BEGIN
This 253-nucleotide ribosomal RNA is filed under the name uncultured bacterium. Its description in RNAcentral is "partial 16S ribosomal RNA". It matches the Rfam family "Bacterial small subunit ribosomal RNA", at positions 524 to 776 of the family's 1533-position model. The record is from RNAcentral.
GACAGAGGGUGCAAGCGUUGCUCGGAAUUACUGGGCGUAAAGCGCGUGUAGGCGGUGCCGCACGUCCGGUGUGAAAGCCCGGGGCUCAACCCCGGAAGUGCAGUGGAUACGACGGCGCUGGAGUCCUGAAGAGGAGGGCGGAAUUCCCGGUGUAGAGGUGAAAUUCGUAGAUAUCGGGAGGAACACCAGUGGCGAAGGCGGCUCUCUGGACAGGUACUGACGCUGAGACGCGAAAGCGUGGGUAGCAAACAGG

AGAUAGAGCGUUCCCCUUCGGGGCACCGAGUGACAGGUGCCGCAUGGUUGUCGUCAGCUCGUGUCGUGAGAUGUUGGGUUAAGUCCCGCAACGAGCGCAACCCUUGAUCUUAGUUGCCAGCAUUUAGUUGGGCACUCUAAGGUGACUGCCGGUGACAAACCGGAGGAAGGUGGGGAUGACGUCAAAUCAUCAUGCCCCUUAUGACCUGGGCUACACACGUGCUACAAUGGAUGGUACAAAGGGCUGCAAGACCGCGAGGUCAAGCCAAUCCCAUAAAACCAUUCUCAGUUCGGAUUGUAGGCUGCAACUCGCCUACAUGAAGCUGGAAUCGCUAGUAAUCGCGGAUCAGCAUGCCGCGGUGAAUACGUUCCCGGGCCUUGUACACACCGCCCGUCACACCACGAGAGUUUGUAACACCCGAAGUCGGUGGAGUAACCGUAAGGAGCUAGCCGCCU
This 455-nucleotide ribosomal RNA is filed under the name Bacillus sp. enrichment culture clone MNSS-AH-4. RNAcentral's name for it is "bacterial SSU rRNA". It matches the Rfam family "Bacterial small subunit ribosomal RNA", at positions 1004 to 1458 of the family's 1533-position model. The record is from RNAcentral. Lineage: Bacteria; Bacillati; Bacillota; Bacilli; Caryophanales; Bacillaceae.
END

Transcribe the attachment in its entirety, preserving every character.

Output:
This 253-nucleotide ribosomal RNA is filed under the name uncultured bacterium. Its description in RNAcentral is "partial 16S ribosomal RNA". It matches the Rfam family "Bacterial small subunit ribosomal RNA", at positions 524 to 776 of the family's 1533-position model. The record is from RNAcentral.
GACAGAGGGUGCAAGCGUUGCUCGGAAUUACUGGGCGUAAAGCGCGUGUAGGCGGUGCCGCACGUCCGGUGUGAAAGCCCGGGGCUCAACCCCGGAAGUGCAGUGGAUACGACGGCGCUGGAGUCCUGAAGAGGAGGGCGGAAUUCCCGGUGUAGAGGUGAAAUUCGUAGAUAUCGGGAGGAACACCAGUGGCGAAGGCGGCUCUCUGGACAGGUACUGACGCUGAGACGCGAAAGCGUGGGUAGCAAACAGG

AGAUAGAGCGUUCCCCUUCGGGGCACCGAGUGACAGGUGCCGCAUGGUUGUCGUCAGCUCGUGUCGUGAGAUGUUGGGUUAAGUCCCGCAACGAGCGCAACCCUUGAUCUUAGUUGCCAGCAUUUAGUUGGGCACUCUAAGGUGACUGCCGGUGACAAACCGGAGGAAGGUGGGGAUGACGUCAAAUCAUCAUGCCCCUUAUGACCUGGGCUACACACGUGCUACAAUGGAUGGUACAAAGGGCUGCAAGACCGCGAGGUCAAGCCAAUCCCAUAAAACCAUUCUCAGUUCGGAUUGUAGGCUGCAACUCGCCUACAUGAAGCUGGAAUCGCUAGUAAUCGCGGAUCAGCAUGCCGCGGUGAAUACGUUCCCGGGCCUUGUACACACCGCCCGUCACACCACGAGAGUUUGUAACACCCGAAGUCGGUGGAGUAACCGUAAGGAGCUAGCCGCCU
This 455-nucleotide ribosomal RNA is filed under the name Bacillus sp. enrichment culture clone MNSS-AH-4. RNAcentral's name for it is "bacterial SSU rRNA". It matches the Rfam family "Bacterial small subunit ribosomal RNA", at positions 1004 to 1458 of the family's 1533-position model. The record is from RNAcentral. Lineage: Bacteria; Bacillati; Bacillota; Bacilli; Caryophanales; Bacillaceae.